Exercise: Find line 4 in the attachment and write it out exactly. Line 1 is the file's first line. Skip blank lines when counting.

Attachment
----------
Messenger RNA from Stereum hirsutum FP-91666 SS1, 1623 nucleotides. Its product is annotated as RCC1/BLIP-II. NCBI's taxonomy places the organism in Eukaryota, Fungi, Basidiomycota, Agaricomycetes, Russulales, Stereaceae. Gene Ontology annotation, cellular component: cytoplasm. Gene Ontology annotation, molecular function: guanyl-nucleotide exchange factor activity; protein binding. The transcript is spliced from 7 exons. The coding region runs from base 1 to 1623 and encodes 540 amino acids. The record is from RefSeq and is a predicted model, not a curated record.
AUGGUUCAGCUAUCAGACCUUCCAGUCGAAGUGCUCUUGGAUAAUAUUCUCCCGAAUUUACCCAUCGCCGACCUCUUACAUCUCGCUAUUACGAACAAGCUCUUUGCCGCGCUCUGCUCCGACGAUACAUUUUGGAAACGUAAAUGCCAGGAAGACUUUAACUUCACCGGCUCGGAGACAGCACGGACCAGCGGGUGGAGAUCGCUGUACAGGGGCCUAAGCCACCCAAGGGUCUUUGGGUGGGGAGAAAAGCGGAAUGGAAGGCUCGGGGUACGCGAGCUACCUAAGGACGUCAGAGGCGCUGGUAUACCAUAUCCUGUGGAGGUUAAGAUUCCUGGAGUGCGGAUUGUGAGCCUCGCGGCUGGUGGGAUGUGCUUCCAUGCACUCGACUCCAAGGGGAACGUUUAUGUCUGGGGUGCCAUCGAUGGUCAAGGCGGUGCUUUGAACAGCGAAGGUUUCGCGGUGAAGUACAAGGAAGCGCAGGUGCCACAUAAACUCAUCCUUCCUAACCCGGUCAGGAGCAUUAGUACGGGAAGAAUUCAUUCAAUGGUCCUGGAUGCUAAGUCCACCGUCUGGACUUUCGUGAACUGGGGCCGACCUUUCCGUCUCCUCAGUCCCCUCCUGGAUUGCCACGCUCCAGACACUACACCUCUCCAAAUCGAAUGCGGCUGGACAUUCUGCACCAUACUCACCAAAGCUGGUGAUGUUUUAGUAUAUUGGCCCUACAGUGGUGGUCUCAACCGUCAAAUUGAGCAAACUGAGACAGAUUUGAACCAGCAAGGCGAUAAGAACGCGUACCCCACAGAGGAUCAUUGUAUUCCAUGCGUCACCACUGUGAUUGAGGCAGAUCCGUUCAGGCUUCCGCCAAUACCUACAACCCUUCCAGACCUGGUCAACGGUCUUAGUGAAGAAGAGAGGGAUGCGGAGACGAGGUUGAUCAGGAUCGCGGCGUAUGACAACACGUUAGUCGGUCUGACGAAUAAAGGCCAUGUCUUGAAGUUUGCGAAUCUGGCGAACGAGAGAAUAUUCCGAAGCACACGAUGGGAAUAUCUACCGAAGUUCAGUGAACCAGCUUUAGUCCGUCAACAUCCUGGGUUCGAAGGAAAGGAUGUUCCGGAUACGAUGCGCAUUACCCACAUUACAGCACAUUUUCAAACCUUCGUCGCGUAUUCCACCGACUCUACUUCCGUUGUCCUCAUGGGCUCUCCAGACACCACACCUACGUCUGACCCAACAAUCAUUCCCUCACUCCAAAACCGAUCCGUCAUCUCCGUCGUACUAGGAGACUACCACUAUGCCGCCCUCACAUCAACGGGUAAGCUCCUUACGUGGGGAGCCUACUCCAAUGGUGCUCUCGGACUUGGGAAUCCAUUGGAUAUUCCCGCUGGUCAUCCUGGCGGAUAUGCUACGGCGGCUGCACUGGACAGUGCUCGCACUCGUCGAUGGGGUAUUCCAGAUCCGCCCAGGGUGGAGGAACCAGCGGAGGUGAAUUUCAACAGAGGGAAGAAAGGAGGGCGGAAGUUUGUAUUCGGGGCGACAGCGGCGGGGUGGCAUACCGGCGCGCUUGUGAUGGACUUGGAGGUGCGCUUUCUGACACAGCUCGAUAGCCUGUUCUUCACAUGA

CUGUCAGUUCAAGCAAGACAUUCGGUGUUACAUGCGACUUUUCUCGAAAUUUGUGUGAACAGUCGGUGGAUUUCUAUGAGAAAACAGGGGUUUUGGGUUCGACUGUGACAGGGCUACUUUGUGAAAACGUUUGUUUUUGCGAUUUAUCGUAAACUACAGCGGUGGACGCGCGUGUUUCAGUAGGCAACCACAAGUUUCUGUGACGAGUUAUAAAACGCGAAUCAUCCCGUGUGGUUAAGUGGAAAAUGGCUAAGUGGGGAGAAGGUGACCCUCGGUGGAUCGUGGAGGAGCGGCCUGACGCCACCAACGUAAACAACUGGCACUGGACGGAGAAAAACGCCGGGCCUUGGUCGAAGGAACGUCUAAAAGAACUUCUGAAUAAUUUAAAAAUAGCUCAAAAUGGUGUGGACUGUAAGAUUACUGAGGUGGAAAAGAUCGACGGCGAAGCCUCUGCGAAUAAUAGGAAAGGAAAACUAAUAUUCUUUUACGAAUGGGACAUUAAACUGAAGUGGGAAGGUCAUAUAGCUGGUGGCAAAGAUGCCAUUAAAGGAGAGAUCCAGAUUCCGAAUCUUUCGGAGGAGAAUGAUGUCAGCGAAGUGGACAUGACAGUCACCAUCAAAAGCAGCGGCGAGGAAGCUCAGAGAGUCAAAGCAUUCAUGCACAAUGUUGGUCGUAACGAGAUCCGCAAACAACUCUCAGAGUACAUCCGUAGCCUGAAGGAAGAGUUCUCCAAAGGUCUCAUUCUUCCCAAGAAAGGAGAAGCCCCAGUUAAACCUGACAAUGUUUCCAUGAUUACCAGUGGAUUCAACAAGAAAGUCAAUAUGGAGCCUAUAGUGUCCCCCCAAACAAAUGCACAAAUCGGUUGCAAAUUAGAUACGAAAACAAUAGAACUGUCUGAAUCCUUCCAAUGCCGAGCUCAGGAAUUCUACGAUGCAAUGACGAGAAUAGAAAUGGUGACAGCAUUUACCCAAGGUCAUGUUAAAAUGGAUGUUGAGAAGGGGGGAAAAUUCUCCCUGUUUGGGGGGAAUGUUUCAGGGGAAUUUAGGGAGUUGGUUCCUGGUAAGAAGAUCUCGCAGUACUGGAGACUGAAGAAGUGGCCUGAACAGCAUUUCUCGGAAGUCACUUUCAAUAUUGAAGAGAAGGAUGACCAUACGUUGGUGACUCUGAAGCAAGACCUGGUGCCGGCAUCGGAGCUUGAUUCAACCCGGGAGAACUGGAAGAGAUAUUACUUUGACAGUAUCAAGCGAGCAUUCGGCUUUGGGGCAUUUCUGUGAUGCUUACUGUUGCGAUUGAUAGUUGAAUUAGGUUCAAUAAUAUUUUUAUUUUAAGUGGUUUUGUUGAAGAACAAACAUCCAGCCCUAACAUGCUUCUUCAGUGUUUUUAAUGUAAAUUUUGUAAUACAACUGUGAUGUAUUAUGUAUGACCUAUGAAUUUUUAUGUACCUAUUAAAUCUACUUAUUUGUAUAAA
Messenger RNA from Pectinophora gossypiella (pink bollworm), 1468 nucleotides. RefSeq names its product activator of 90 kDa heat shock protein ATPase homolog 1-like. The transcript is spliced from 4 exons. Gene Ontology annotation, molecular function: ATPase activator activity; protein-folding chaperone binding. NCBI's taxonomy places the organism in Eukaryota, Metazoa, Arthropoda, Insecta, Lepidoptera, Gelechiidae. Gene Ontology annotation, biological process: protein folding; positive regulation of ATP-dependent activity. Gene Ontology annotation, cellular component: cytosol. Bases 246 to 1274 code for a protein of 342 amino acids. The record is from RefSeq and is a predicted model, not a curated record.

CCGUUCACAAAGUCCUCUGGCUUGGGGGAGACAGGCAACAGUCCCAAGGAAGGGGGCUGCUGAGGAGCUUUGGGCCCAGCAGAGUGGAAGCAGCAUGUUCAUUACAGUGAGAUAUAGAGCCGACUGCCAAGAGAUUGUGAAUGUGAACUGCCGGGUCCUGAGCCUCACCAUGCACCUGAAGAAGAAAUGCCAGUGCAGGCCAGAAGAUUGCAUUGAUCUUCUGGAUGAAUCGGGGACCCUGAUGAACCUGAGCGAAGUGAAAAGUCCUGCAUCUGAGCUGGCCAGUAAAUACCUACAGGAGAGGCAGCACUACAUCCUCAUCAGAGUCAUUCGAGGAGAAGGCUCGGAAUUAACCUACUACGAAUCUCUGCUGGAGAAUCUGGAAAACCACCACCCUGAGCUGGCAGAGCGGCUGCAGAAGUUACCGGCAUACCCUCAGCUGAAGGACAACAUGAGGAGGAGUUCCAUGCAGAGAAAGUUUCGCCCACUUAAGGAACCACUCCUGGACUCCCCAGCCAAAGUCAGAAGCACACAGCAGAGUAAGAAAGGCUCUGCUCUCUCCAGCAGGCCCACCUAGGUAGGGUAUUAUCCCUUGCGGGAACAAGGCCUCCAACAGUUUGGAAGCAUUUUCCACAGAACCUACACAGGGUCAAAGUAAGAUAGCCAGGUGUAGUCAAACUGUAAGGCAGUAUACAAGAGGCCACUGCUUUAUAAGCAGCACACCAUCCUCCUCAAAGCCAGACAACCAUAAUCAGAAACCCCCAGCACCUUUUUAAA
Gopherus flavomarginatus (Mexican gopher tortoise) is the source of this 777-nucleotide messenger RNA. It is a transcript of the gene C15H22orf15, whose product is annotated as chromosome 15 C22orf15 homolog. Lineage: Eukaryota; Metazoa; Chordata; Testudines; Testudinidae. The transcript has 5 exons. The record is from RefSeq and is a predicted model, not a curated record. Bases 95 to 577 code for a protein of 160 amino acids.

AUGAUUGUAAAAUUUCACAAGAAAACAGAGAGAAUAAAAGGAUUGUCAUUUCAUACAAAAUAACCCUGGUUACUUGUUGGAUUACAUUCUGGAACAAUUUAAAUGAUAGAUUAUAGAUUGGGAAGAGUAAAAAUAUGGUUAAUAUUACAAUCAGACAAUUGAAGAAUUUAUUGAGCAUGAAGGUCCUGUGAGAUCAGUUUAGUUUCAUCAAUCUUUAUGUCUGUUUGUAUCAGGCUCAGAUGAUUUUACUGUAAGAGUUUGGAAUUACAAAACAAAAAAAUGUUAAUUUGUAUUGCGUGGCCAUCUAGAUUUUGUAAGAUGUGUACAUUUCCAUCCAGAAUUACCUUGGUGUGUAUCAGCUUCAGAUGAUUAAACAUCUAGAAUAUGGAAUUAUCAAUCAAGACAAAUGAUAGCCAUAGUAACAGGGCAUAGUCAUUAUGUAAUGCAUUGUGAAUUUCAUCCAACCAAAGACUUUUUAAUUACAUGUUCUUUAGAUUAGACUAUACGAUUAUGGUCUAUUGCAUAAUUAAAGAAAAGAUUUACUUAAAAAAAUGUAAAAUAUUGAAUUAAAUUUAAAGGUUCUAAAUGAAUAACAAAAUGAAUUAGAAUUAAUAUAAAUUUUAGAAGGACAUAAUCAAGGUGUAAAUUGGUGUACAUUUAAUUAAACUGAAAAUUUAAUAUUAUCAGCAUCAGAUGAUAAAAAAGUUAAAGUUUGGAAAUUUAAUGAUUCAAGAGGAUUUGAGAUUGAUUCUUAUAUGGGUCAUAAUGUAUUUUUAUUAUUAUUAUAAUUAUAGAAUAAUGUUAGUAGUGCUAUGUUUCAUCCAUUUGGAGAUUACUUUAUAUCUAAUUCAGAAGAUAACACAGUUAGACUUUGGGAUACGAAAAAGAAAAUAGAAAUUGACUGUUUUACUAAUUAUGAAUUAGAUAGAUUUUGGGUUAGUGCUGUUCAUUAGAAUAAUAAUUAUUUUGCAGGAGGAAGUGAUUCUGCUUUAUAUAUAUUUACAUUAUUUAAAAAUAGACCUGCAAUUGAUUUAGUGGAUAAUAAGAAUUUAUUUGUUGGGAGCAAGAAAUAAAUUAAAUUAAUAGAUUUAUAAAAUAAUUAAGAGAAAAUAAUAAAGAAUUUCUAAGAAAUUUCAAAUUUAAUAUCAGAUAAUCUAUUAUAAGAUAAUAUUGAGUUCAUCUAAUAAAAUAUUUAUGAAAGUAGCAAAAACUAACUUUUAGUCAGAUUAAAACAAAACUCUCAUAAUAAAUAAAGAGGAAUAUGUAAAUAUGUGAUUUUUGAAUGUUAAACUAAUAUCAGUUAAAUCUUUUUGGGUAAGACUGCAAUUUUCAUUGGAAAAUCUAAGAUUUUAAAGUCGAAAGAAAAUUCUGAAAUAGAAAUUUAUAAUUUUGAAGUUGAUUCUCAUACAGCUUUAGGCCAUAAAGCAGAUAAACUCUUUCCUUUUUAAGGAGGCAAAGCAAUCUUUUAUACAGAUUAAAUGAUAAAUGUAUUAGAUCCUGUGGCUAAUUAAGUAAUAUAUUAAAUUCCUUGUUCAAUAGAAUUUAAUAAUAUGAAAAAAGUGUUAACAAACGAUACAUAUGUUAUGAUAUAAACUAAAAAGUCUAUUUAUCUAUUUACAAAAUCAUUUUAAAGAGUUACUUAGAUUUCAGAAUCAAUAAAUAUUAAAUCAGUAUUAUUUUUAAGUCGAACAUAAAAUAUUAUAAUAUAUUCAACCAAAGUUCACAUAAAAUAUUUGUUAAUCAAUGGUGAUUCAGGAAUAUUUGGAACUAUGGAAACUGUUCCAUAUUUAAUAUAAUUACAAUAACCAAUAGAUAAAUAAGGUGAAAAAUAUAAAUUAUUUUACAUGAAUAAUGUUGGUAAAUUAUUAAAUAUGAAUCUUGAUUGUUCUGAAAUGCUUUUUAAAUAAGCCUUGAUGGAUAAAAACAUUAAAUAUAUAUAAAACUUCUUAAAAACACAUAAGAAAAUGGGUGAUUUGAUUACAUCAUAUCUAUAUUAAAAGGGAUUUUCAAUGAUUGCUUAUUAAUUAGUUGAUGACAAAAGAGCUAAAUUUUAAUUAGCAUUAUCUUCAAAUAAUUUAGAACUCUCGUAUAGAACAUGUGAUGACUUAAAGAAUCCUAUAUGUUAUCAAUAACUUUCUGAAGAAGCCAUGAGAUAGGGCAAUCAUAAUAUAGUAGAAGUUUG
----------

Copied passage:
Messenger RNA from Pectinophora gossypiella (pink bollworm), 1468 nucleotides. RefSeq names its product activator of 90 kDa heat shock protein ATPase homolog 1-like. The transcript is spliced from 4 exons. Gene Ontology annotation, molecular function: ATPase activator activity; protein-folding chaperone binding. NCBI's taxonomy places the organism in Eukaryota, Metazoa, Arthropoda, Insecta, Lepidoptera, Gelechiidae. Gene Ontology annotation, biological process: protein folding; positive regulation of ATP-dependent activity. Gene Ontology annotation, cellular component: cytosol. Bases 246 to 1274 code for a protein of 342 amino acids. The record is from RefSeq and is a predicted model, not a curated record.